The Lady In The Van (2015)

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As the cold nights get colder and the fallen leaves begin to amass on the rain sodden pavements, what could be more suitably British to match the British weather than a bit of Alan Bennett? The Leeds born playwright, screenwriter, actor and author has always been something of a permanent fixture in my life and absolutely qualifies for the title of national treasure, with his quirky observational humour and unique personal perspective making many of his works some of the most beloved in the United Kingdom’s rich literary history. This year’s dose of Bennett entertainment comes in the form of a big screen adaptation of his 1999 West End play, The Lady In The Van.

The film tells the (mostly) autobiographical tale of a peculiar period in the playwright’s life when a mysterious elderly woman (played by Maggie Smith) moved herself, and the van in which she lived, in to his Camden driveway and remained there until her death fifteen years later. Bennett (played by Alex Jennings) and the aforementioned Miss Shepherd come to build a strange and unique bond over the course of their unusual cohabitation, and along with their relationship the film covers a number of other topics including Bennett’s relationship with his elderly mother and the disconnect that the author felt existed at the time between his ‘writing self’ and his ‘living self’. This latter theme is presented via the presence of two Alan Bennett characters, both played by Jennings, who are shown to discuss with one another the evolving story of ‘The Lady In The Van’, and though it lends itself suitably to the big screen, this technique feels incredibly theatrical and gives the film a distinct (and to be expected) ‘play edge’ rather than a fully cinematic edge. Having said that, there is nothing wrong with a picture that feels innately theatrical, and the film provides a kind of cozy watching experience that puts the audience at ease and gives them a effortlessly watchable story with enough narrative intrigue to hold ones attention for what feels like a brisk and tightly executed hour and a half. As with any Alan Bennett work, The Lady In The Van boasts a full quota of comedy, a delightfully subtle and introspective humour with a couple of bigger gags thrown in for good measure, but what makes it a more balanced and poignant watch is the undercurrent of more serious themes at play, such as the way that we as a community treat the elderly, an adult child’s table turning relationship with an ailing parent and even the sometimes apparent hypocrisy of organised religion and it’s lack of care and compassion for those in need. It would be fair to say the the film feels much more like a TV movie than a cinematic adventure, but it’s a top, top quality TV movie and one that I am absolutely sure will bring pleasure all who see it.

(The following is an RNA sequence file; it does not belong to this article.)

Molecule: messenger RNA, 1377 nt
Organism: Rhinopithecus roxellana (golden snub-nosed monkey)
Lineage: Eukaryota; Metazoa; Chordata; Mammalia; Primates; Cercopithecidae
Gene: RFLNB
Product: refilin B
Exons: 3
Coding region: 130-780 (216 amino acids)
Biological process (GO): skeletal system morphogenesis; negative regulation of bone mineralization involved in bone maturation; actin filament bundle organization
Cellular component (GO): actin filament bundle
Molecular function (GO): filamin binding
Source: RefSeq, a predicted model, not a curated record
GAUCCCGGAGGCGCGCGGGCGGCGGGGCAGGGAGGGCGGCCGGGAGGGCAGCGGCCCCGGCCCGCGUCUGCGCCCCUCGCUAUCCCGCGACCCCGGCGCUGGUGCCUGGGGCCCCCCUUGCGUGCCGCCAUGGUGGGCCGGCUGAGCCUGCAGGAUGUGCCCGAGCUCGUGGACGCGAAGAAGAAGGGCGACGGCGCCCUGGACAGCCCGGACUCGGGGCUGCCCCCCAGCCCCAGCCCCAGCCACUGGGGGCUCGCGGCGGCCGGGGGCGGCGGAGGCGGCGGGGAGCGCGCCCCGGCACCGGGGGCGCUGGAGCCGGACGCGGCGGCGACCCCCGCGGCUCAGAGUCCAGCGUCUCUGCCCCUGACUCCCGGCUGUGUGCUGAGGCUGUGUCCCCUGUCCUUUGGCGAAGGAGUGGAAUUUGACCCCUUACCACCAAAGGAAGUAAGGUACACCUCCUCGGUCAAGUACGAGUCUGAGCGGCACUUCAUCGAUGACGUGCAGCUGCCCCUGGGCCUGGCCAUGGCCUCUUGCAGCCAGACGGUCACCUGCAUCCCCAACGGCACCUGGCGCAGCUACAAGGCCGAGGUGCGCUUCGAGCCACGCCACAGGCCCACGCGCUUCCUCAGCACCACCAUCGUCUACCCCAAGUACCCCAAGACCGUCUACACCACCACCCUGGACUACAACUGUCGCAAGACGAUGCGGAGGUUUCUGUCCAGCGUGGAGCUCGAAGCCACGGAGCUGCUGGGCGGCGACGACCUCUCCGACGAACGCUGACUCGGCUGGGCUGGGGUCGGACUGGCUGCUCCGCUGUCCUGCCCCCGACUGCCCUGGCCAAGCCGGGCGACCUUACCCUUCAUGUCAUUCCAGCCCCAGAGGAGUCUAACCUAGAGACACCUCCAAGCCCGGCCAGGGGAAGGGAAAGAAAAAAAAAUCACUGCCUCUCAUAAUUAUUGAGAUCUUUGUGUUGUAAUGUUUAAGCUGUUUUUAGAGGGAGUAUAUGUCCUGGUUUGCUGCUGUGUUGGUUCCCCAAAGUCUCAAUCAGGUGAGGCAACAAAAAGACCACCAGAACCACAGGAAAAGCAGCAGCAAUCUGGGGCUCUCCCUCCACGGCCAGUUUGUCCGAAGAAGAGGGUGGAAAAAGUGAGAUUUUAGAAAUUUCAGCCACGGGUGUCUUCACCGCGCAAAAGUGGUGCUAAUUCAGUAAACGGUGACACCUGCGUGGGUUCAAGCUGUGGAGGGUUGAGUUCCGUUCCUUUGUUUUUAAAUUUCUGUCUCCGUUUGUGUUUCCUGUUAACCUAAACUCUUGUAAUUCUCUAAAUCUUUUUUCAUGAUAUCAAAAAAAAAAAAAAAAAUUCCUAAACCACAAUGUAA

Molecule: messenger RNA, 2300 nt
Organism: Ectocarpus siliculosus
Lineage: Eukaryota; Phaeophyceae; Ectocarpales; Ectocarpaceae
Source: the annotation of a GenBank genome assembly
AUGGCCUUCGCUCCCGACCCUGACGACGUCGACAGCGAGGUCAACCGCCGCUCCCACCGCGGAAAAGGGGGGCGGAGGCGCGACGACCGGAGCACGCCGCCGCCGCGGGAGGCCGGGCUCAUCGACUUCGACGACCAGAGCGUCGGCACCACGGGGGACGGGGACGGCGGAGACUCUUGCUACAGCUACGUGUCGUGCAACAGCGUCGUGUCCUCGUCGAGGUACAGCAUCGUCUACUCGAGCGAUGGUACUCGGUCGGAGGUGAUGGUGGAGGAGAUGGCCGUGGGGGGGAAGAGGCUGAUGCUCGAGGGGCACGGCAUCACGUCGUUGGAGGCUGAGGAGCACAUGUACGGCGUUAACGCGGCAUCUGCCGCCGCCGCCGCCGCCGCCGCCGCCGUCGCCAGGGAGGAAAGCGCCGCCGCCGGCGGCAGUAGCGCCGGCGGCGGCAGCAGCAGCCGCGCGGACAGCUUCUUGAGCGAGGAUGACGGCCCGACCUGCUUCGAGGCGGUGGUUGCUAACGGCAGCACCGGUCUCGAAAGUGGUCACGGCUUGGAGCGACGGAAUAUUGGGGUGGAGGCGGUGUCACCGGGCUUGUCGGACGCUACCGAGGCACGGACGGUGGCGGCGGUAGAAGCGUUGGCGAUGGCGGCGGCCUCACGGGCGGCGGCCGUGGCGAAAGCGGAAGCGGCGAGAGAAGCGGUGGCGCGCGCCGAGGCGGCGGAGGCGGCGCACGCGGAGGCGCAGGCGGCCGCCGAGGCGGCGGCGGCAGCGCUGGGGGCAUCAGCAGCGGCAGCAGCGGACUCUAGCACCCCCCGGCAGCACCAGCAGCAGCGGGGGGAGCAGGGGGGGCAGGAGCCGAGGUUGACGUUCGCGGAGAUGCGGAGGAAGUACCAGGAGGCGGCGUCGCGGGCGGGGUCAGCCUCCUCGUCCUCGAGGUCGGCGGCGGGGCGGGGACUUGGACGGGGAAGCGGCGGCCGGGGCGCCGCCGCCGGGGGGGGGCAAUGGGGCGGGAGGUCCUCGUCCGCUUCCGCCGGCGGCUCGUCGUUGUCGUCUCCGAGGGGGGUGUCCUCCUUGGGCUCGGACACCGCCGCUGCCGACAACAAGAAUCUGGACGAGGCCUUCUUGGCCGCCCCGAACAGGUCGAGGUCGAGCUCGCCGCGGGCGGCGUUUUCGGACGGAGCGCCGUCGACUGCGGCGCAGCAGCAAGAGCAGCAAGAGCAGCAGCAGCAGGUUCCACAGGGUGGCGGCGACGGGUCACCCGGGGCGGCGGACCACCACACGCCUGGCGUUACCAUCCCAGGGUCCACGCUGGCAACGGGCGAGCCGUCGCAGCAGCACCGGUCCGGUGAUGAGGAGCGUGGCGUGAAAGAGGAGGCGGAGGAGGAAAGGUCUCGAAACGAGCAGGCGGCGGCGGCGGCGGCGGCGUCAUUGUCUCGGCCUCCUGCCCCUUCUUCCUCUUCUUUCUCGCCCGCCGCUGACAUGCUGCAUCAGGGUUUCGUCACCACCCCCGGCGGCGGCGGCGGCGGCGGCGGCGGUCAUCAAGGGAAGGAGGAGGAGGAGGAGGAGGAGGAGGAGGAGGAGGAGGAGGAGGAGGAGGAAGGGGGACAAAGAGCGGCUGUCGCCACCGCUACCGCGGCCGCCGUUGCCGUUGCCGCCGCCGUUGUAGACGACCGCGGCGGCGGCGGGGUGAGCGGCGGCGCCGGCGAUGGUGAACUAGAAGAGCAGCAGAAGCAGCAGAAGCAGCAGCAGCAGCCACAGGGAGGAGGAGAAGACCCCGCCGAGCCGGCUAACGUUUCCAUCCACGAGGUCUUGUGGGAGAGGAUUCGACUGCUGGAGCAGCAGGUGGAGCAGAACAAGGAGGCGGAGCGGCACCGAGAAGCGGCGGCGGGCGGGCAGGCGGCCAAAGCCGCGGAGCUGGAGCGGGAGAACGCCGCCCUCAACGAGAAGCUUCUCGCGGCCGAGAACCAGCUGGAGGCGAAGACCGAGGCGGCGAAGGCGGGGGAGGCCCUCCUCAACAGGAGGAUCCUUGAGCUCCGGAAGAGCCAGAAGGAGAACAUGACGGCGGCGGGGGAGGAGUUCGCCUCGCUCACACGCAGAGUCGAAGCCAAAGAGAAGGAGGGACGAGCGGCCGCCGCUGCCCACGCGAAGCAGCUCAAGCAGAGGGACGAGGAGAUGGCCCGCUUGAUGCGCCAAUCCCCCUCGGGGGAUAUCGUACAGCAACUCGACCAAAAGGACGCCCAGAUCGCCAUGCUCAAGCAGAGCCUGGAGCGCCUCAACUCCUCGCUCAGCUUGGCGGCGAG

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And who better to have as the central character of a work written by a national treasure, than an equally, if not bigger, national treasure? Dame Maggie Smith is quite brilliant as Miss Shepherd, and clearly looks to be having an awful lot of fun in the role after being released from the stiff upper lipped, high class chains of her long term stint on Downton Abbey. Quite frankly, given the length and breadth of her acting talent, this is the kind of role and performance that Smith could master in her sleep, but nevertheless she provides heaps of charisma, comic timing and commitment to provide the audience with a wonderfully weird and memorable character. Alex Jennings gives an uncannily realistic performance as Alan Bennett, getting his thick Leeds accent and precise way of speaking down to a tee. The actor can add his portrayal to a whole heap of other performers who seem to be able to perfectly embody the famous playwright, he must either be an incredibly easy impersonation, or there is some genuine supernatural cloning activity going on. Smith and Jennings together share an enjoyable on screen chemistry, allowing the audience to really invest in the peculiar yet heartwarming tale of an unlikely pair of friends, made even more interesting by the fact that most, if not all, of the story is actually true.

Overall, The Lady In The Van is another great British film to be added alongside the likes of Calendar Girls, East Is East and Little Voice, all adaptations of successful plays that, whilst very much feeling like an extension of their original source material format, make for a thoroughly entertaining trip to the cinema with a comfortable mixture of comedy, drama and sentiment. Maggie Smith has recently bemoaned her current ‘old bat’ typecasting, but I think it’s fair to say that nobody can do it like the great Dame, and I for one, am far from sick of her acid tongued and incredulous characters.

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